Presentation Type

Presentation

Description

Digital badges, much like embroidered scouting badges, signify an earner’s skills. In higher education educators are using badges to certify student achievements. Badges communicate to students, faculty, and the public what skills students earn during their course of study much better than can a letter grade, certificate, or diploma. This session will begin with a theoretical background informing badging including: gamification, motivation, neoliberalization of education, technological innovation, and competency-based curriculum. Next we will discuss how our team --three Community Health professors and one librarian from Portland State University -- embedded badges for information literacy into three undergraduate Community Health courses during Fall 2014. Finally, we will present what we learned from the experience. By discussing our learning outcomes-based approach to instructional design, “how tos” of implementing badge technology, and discussing lessons learned, session attendees will discover ways to approach and implement badges at their home institutions.

Conference Track

Other

Start Date

13-2-2015 10:10 AM

End Date

13-2-2015 10:55 AM

Persistent Identifier

http://archives.pdx.edu/ds/psu/20145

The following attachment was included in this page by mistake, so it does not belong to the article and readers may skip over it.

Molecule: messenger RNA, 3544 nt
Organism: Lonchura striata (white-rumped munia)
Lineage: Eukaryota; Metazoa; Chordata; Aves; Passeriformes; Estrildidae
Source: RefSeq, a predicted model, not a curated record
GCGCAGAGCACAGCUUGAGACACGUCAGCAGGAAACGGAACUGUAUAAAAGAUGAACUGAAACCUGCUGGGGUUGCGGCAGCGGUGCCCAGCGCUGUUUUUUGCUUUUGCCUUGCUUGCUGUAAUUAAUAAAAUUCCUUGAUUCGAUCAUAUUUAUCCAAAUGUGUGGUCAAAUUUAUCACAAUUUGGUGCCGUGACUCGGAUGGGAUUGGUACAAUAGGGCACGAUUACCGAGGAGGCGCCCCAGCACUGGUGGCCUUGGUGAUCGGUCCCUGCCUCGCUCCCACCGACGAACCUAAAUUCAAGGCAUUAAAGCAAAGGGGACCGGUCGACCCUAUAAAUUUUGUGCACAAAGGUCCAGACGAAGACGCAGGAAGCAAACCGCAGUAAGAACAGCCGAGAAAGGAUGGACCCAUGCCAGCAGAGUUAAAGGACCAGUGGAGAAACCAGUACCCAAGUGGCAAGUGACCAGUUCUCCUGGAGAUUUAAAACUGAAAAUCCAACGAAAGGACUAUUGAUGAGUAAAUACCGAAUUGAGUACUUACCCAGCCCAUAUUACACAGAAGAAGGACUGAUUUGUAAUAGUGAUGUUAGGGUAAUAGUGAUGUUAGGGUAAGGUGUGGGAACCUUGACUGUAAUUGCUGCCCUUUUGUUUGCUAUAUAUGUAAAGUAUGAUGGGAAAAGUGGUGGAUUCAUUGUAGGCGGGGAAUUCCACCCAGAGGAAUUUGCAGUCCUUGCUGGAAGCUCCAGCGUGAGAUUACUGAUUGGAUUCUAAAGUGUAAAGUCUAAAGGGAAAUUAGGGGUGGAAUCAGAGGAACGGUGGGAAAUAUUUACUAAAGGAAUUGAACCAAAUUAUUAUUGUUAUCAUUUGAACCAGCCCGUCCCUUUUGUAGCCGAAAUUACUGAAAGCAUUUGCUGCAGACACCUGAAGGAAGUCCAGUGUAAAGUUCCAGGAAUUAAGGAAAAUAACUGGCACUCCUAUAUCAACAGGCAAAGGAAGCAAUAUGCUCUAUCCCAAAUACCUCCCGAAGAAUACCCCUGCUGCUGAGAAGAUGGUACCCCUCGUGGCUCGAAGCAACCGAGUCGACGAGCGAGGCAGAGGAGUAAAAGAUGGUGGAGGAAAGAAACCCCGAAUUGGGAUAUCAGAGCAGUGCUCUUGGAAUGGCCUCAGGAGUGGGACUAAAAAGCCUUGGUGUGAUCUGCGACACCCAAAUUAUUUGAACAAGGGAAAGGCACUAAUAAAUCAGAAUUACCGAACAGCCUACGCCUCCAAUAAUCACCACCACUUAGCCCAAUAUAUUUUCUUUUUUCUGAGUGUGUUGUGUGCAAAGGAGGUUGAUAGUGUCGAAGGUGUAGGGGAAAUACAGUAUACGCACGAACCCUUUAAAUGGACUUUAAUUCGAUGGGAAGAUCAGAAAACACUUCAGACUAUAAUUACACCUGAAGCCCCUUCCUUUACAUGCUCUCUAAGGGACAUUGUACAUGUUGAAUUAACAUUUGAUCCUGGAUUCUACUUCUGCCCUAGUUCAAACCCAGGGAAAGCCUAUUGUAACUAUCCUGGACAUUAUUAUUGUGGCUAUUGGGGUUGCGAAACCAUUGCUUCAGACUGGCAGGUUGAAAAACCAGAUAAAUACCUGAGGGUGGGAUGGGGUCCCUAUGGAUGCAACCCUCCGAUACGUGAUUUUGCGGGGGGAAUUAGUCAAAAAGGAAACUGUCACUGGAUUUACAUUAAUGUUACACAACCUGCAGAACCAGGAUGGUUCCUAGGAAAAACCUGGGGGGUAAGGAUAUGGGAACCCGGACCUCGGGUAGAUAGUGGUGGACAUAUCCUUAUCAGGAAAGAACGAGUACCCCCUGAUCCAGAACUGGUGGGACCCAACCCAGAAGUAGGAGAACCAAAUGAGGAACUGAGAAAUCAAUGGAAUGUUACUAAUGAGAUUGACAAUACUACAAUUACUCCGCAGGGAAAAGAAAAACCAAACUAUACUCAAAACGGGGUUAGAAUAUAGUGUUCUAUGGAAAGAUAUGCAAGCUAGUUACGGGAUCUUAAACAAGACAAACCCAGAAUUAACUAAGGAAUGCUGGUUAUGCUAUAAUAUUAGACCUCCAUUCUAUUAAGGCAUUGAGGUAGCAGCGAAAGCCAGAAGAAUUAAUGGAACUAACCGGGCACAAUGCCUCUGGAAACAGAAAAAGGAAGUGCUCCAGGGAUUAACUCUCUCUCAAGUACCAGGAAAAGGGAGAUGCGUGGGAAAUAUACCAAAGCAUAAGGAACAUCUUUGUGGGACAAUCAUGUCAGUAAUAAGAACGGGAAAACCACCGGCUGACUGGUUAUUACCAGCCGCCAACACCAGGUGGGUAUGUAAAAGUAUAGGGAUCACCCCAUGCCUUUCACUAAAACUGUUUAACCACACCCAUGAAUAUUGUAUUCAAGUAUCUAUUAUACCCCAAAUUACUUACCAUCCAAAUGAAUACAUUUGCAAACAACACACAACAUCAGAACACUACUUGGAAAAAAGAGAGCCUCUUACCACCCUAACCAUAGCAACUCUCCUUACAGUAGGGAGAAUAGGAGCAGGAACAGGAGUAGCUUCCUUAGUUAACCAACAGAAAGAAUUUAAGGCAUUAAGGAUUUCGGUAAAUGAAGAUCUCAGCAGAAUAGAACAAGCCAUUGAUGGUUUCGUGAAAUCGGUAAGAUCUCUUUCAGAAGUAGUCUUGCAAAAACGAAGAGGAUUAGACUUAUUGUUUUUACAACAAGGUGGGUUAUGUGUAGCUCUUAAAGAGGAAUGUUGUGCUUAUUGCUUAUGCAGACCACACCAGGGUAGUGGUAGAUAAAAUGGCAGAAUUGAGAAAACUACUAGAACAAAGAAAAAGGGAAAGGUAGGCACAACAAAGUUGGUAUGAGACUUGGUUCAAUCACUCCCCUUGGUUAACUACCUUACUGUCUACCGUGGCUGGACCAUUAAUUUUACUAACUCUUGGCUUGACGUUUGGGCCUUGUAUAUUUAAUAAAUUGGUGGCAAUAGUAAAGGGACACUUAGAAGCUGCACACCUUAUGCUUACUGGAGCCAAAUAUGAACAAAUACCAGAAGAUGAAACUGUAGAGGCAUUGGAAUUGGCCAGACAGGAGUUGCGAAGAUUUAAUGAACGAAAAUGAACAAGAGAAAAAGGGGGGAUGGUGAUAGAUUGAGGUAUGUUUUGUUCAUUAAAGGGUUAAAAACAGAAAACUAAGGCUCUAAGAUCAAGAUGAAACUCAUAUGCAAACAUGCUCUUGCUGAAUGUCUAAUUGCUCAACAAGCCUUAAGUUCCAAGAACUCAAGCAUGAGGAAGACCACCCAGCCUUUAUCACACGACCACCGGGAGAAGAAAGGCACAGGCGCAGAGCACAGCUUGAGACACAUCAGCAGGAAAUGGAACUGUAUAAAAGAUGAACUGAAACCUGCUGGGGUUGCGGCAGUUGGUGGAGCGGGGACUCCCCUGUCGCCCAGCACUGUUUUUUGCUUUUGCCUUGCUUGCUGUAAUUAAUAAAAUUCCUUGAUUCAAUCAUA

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Feb 13th, 10:10 AM Feb 13th, 10:55 AM

Digital Badges: A Tool for Embedded Library Instruction

Digital badges, much like embroidered scouting badges, signify an earner’s skills. In higher education educators are using badges to certify student achievements. Badges communicate to students, faculty, and the public what skills students earn during their course of study much better than can a letter grade, certificate, or diploma. This session will begin with a theoretical background informing badging including: gamification, motivation, neoliberalization of education, technological innovation, and competency-based curriculum. Next we will discuss how our team --three Community Health professors and one librarian from Portland State University -- embedded badges for information literacy into three undergraduate Community Health courses during Fall 2014. Finally, we will present what we learned from the experience. By discussing our learning outcomes-based approach to instructional design, “how tos” of implementing badge technology, and discussing lessons learned, session attendees will discover ways to approach and implement badges at their home institutions.